Excerpt: Using the Current Population Survey data for 2008 to evaluate the Massachusetts law, Yelowitz and Cannon concluded: Massachusetts' individual mandate induces uninsured residents to conceal their true insurance status; even setting that source of bias aside, the official estimate reported by the Commonwealth almost certainly overstates the law's impact on insurance coverage, likely by 45 percent. In contrast to previous studies, there was evidence of substantial crowdout of private coverage among low-income adults and children; the law appears to have compressed self-reported health outcomes, without necessarily improving overall health. More than 60 percent fewer young adults are relocating to Massachusetts as a result of the law. Leading estimates understate the law's cost by at least one third, and likely more.

Democrats find themselves on wrong end of the politics of discontent
Excerpt: President Obama and the Democrats rode a wave of anger aimed at the presidency of George W. Bush to victories in 2006 and 2008. Now, a year to the day after Obama was sworn into office, in a dramatic reversal of fortunes, populist anger has turned sharply against the president and his party. The politics of discontent rolled across Massachusetts in stunning fashion Tuesday, delivering the seat held for more than four decades by Sen. Edward M. Kennedy to Republican state Sen. Scott Brown in an upset of historic proportions. Gloomy Democrats were left to wonder whether they and Obama have an answer to that anger that can head off potentially devastating losses in the November midterm elections, and they faced more potential fractures within their ranks.

White House, Democratic lawmakers cut deal on deficit commission
Excerpt: Faced with growing alarm over the nation's soaring debt, the White House and congressional Democrats tentatively agreed Tuesday to create an independent budget commission and to put its recommendations for fiscal solvency to a vote in Congress by the end of this year. Under the agreement, President Obama would issue an executive order to create an 18-member panel that would be granted broad authority to propose changes in the tax code and in the massive federal entitlement programs -- including Medicare, Medicaid and Social Security -- that threaten to drive the nation's debt to levels not seen since World War II.

Why America and China will clash
Excerpt: Google’s clash with China is about much more than the fate of a single, powerful firm. The company’s decision to pull out of China, unless the government there changes its policies on censorship, is a harbinger of increasingly stormy relations between the US and China. The reason that the Google case is so significant is because it suggests that the assumptions on which US policy to China have been based since the Tiananmen massacre of 1989 could be plain wrong. The US has accepted – even welcomed – China’s emergence as a giant economic power because American policymakers convinced themselves that economic opening would lead to political liberalisation in China. If that assumption changes, American policy towards China could change with it. Welcoming the rise of a giant Asian economy that is also turning into a liberal democracy is one thing. Sponsoring the rise of a Leninist one-party state, that is America’s only plausible geopolitical rival, is a different proposition. Combine this political disillusionment with double-digit unemployment in the US that is widely blamed on Chinese currency manipulation, and you have the formula for an anti-China backlash.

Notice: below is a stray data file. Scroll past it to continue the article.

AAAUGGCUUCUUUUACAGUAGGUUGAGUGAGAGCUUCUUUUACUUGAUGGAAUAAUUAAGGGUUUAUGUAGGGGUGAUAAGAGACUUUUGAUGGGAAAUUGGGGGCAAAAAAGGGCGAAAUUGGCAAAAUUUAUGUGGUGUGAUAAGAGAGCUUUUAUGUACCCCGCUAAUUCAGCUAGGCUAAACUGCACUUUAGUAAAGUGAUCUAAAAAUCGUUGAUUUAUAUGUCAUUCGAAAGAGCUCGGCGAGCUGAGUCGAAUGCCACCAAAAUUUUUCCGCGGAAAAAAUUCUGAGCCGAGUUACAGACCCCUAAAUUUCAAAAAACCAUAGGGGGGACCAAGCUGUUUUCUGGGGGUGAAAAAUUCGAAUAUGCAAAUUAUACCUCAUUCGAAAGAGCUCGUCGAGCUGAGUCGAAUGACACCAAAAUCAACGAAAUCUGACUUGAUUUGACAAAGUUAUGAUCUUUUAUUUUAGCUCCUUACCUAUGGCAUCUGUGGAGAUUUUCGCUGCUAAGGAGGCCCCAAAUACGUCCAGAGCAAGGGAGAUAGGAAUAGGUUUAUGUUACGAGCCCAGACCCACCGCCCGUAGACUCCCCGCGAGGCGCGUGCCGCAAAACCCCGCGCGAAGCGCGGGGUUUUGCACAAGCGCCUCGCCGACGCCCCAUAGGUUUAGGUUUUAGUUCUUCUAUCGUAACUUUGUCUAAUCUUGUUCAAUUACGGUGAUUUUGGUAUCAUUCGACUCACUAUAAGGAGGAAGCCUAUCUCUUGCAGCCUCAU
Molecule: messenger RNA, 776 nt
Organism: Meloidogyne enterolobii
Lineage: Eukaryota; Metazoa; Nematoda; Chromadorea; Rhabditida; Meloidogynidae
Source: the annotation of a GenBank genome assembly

The Great D.C. Migration
Americans move to where your money is.
Excerpt: Every day thousands of Americans vote with their feet on the best places to live and work, and these migration patterns can tell a lot about state economies—and economic policies. United Van Lines has released its annual report for 2009, based on those the moving company has relocated across one state line to another, and the winner is . . .But first the biggest loser, which was Michigan for the fourth year in a row. More than two families left the state for every family that moved in. The fall of GM and Chrysler has obviously hurt. But two-term Governor Jennifer Granholm has also made her state the test case for the policy mix of raising taxes on higher incomes, increasing regulation, and steering taxpayer money at favored programs like job retraining and renewable energy. It hasn't worked for Michigan, even with the auto bailouts. Ms. Granholm continues to be a regular economic policy adviser to the White House. Yikes. The next two biggest net losers were Illinois and New Jersey, while California and New York also continued to have far more departures than arrivals.

No one gets prizes
Blacks suffer most, as schools remain ill-equipped and children are ill-taught
Excerpt: SOUTH AFRICA spends a bigger share of its GDP on education than any other country on the continent. Yet its results are among the worst. Fifteen years after apartheid was buried, black children continue to receive an education that is vastly inferior to most of their white peers. Instead of ending inequality, as the ruling African National Congress (ANC) promised, the country’s schools are perpetuating it. (South Africa is descending slowly into chaos, as educated whites and blacks flee the country’s rising violence and crime. Black students suffer most. But liberals get to feel good about opposing apartheid; the actually suffering of black kids is of no matter to them. And it’s no different in Detroit.)

Conformity kills: success vs. innovation.
Interesting article. Nothing the statists hate like individualism and non-conformity. Excerpt: A new paper in the journal, "Evolution and Human Behavior," suggests that societies may engage in such self-destructive conformity when they face unexpected environmental crises. (Great old folk song, link below: “And they're all nonconformists, And they all dress just the same.”)

Vietnam convicts democracy activists of subversion